Although BlackBerry initially denied any such actions by its servers, it has now acknowledged that this does happen and suggests that its customers should use the advanced options during account setup to bypass the discovery service. It also has tried to reassure its customers that the credentials are only used during the setup process and that they are not stored by BlackBerry afterwards. According to BlackBerry when the credentials are sent from the BlackBerry 10 smartphone to its internal servers TLS is used, but it has neglected to comment on the configuration of the discovery service software and why its uses plain text.

As a result of Frank’s findings security firm Risk Based Security has reached out to its clients and various contacts, including the FBI warning them of the potential privacy and security issue.

In Brief: Microsoft, Google and Mozilla all block digital certificate issued by intermediate certificate authority of TURKTRUST

turktrust_logo(LiveHacking.Com) –  Microsoft, Google and Mozilla have all removed the trust of certificates issued by an intermediate certificate authority (CA) linking back to TURKTRUST Inc. What has happened is that TURKTRUST Inc. incorrectly created two subsidiary CAs (*.EGO.GOV.TR and e-islem.kktcmerkezbankasi.org), the first of which was used to issue a fraudulent digital certificate for *.google.com.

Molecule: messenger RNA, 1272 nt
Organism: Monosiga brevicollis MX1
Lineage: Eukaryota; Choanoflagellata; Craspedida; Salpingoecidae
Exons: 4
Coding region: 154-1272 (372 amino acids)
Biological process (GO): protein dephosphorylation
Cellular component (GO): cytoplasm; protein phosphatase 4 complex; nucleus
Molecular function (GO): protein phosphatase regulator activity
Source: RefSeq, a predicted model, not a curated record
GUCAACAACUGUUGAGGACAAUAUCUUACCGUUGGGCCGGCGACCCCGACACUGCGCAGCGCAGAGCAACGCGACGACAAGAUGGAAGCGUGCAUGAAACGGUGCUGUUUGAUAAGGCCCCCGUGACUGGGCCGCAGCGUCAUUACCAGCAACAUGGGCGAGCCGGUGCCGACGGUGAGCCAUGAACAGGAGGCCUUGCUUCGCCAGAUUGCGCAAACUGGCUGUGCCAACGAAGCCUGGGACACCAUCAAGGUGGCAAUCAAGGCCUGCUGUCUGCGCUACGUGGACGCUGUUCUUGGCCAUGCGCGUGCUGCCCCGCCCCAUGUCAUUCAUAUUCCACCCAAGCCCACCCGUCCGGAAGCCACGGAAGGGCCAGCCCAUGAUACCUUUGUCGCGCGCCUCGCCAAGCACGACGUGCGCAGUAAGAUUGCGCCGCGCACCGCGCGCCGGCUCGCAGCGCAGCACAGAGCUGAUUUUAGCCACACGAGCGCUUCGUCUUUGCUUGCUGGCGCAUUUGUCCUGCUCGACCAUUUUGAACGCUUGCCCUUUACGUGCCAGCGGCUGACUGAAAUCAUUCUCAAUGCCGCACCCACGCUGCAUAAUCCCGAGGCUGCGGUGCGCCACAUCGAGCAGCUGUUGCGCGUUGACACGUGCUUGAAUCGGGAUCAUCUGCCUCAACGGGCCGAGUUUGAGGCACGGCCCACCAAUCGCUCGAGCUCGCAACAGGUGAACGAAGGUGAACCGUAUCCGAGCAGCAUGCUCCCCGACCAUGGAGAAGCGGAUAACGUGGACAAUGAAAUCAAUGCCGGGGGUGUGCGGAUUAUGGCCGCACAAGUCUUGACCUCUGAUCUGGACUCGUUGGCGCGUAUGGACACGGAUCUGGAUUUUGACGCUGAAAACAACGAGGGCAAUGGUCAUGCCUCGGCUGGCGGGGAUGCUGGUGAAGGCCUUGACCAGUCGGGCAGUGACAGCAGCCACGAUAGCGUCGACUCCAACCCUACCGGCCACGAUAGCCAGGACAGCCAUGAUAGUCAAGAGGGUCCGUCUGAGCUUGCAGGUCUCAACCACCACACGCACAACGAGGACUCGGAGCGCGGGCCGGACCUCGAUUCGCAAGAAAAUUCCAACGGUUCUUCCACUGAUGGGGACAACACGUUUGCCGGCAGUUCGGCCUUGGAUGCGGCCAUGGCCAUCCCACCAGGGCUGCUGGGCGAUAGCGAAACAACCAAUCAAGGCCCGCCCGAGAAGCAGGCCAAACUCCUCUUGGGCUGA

Intermediate CA certificates carry the same authority as CA, so anyone who has one can use it to create a certificate for any website. Fraudulent certificate can be used to spoof content, perform phishing attacks, or perform man-in-the-middle attacks.

“TURKTRUST told us that based on our information, they discovered that, in August 2011, they had mistakenly issued two intermediate CA certificates to organizations that should have instead received regular SSL certificates,” wrote Google.

Google is also considering an update to Chrome which will no longer indicate Extended Validation status for certificates issued by TURKTRUST. Mozilla has suspended the TURKTRUST root certificate. TURKTRUST subsequently asked Mozilla to include a newer root certificate and their request was initially approved. However, due to the mis-issued  intermediate CA certificates, Mozilla has decided to suspend inclusion of the new root certificate for now.

NASA says it will encrypt data from now on after its latest laptop loss